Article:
Among the many questions that plague those suffering from relationship anxiety, the question “Is my partner right for me?” tops the list of last-night ruminations.
As with so many intrusive thoughts, we must first recognize that the question is coming from the ego, the part of ourselves that demands certainty and operates under a black-and-white mindset. Right implies wrong, which plays directly into the ego’s need for certainty and, thus, the illusion of safety. The ego believes if we can answer these unanswerable questions, we can avoid the “fundamental ambiguity of being human”, a phrase that Pema Chodron uses to so aptly describe the discomfort that is an intrinsic and unavoidable part of the human experience.
However, much to the dismay of the ego, life doesn’t come in neat packages that can be divided into black-and-white answers. One of the ego’s sole missions is to try to control outcomes, so it thinks that if it can just answer this one question, it will successfully avoid a failure, which ego interprets as a mistake. And because ego doesn’t hold the mindset that failures and mistakes are how we learn but instead believes that they’re measures of our self-worth, it has no tolerance for mistakes.
Once we can name it as an ego-question, we can create a bit of room between the mind and the need for an answer. It’s this tiny gap that forges the road to freedom. Let me explain: If the question arises and we immediately launch into the search for an answer – googling, seeking reassurance, journaling about the question itself, and all of the other ways we feed the demon of the intrusive thoughts – we find ourselves quickly slipping down the rabbit hole of anxiety. But if we can create a small gap between the thought-question and the urge to answer it, we can make a conscious choice for how we want to respond. Do we want to feed the thought or do we want to shift the needle in the compass of our mind and turn our focus in another direction?
Sometimes shifting the needle means asking a slightly, yet altogether different, question. In this case, a question that can satisfy our need to do due diligence regarding moving forward in an intimate relationship can be addressed by asking a question that comes not from the ego but from a higher and more loving part of ourselves. The higher question may be: Do we work together? or Do we do life well together? or Is my partner a loving choice for me, someone with whom I can learn about what it means to give and receive love? When a relationship anxiety sufferer asks these questions, the answer is almost always yes.
Still, even if you can answer one higher question and put the original question to rest, if we don’t attend to what’s underneath the ego will find another question to perseverate on. So we must gently excavate what lives underneath the need for certainty, brushing aside the dirt of the intrusive thought and asking, with curiosity, what wound or need the thought is pointing to. Often, then, we will arrive at the very common fear of making a mistake. As I probe the anxious mind further and ask, “Are you perservating on the question of the right partner because you’re trying to avoid making a mistake?” Yes. “And does this fear of making a mistake extend beyond your relationship?” Yes. “What is the belief?” I ask. “The belief is that if I’m perfect now I will gain approval of others. Or, on the other side, if I’m not perfect I might end up miserable and alone.”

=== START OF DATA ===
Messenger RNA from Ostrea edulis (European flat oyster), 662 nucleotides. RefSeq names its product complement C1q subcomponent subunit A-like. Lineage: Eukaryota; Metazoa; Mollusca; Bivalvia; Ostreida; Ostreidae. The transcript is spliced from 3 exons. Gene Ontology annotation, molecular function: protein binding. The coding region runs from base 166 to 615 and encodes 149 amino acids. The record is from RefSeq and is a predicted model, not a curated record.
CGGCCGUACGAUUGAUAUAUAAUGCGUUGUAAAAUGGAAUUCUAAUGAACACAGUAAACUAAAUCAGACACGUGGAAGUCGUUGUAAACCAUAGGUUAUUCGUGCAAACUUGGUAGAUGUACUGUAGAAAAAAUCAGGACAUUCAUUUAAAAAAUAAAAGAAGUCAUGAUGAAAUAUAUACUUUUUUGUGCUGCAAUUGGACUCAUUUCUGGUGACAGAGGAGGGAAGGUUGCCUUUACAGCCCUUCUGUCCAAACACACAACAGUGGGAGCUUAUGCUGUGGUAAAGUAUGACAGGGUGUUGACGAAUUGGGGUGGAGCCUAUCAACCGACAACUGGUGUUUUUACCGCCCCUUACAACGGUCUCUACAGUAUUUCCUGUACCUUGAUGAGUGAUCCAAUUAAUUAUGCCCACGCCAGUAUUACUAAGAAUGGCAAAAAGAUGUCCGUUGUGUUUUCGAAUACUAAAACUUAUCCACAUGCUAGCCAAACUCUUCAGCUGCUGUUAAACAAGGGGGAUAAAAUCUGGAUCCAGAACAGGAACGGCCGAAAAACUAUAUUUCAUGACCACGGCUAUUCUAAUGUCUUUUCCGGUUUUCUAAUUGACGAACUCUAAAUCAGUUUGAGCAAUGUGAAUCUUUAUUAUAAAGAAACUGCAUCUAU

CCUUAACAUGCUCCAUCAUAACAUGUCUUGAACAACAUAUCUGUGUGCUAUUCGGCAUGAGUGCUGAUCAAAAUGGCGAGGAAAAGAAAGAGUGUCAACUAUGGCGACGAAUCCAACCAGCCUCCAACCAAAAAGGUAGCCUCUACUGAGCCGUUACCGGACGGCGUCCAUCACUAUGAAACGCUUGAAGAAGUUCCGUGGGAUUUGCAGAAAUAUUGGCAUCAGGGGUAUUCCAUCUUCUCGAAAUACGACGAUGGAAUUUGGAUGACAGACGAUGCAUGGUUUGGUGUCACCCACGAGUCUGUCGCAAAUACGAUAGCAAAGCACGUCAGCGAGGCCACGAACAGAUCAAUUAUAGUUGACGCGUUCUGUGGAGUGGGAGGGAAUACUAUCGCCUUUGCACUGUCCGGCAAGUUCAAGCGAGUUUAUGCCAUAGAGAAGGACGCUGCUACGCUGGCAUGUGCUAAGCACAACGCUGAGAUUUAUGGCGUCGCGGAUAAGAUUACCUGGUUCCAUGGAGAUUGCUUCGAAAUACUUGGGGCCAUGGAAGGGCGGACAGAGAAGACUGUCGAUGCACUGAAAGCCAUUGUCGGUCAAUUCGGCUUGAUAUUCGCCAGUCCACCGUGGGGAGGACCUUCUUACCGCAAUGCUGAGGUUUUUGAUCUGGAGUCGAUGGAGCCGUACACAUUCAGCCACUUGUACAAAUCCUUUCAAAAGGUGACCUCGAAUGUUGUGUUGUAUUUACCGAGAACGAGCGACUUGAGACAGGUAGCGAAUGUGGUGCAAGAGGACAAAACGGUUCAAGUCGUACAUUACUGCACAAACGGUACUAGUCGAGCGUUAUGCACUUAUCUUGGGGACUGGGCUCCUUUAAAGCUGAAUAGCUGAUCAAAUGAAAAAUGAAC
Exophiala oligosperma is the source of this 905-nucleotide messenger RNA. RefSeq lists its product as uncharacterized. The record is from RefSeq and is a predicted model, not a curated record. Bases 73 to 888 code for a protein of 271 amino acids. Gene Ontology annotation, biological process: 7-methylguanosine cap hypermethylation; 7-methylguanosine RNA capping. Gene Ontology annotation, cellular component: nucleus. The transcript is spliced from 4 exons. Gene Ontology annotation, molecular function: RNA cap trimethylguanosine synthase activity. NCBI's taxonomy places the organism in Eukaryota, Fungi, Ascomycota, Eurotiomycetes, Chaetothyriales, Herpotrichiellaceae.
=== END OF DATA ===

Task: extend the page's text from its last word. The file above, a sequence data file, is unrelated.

So the need for to know if you’re with the “right” partner is about the need for certainty, which is linked to the fear of making a mistake, which is then connected to a belief about being rewarded or punished for successful or failed outcomes. This bottom-feeder belief is a product of our achievement-oriented culture that links worth to outcomes, but often arises most strongly for those who were raised in a religion that promotes the message that if you mess up, you will end up in eternal hell. While I’m a strong supporter of the sense of community and spiritual connection that religion can offer, I consider the dissemination of this message a form of spiritual abuse. I’ve encountered countless clients and people, my own husband among them, who suffered from terrible nightmares as children that they were being eaten up by the flames of hell for doing something “wrong.” This is a horrifying message to deliver to a child, and of course sets into a motion a deeply embedded fear of making a mistake and, conversely, the pressure to behave perfectly.
When we absorb a message like this early in life, it etches a deep groove into our belief system and it can be difficult to extricate. But with time and a concerted effort to replace the fear-based (or terror-based, in this case) belief with a loving and compassionate worldview, we can slowly let it go and come back to ourselves, our home base, the place inside that knows we are intrinsically good, wise, and loving and that we are living in a compassionate and forgiving universe.
Ultimately, the work is about cultivating our home base, the place where our inner wise one dwells, so that we can meet our fear, grief, and loneliness with compassion, learn to hold ourselves through the storms of the mind, and access a reliable source of truth and wisdom. This inner work is multi-layered and not for the feint of heart. It’s the work of love-warriors, those who have been able to remove the projection that the problem lies in their choice of partner and devote themselves to learning about what it means to meet their own raw and tender spots, rub a salve of compassion and curiosity over them, then orient their compass toward filling up their own well so that they can live from trust and faith instead of from the ego-directed platform of trying to get it right.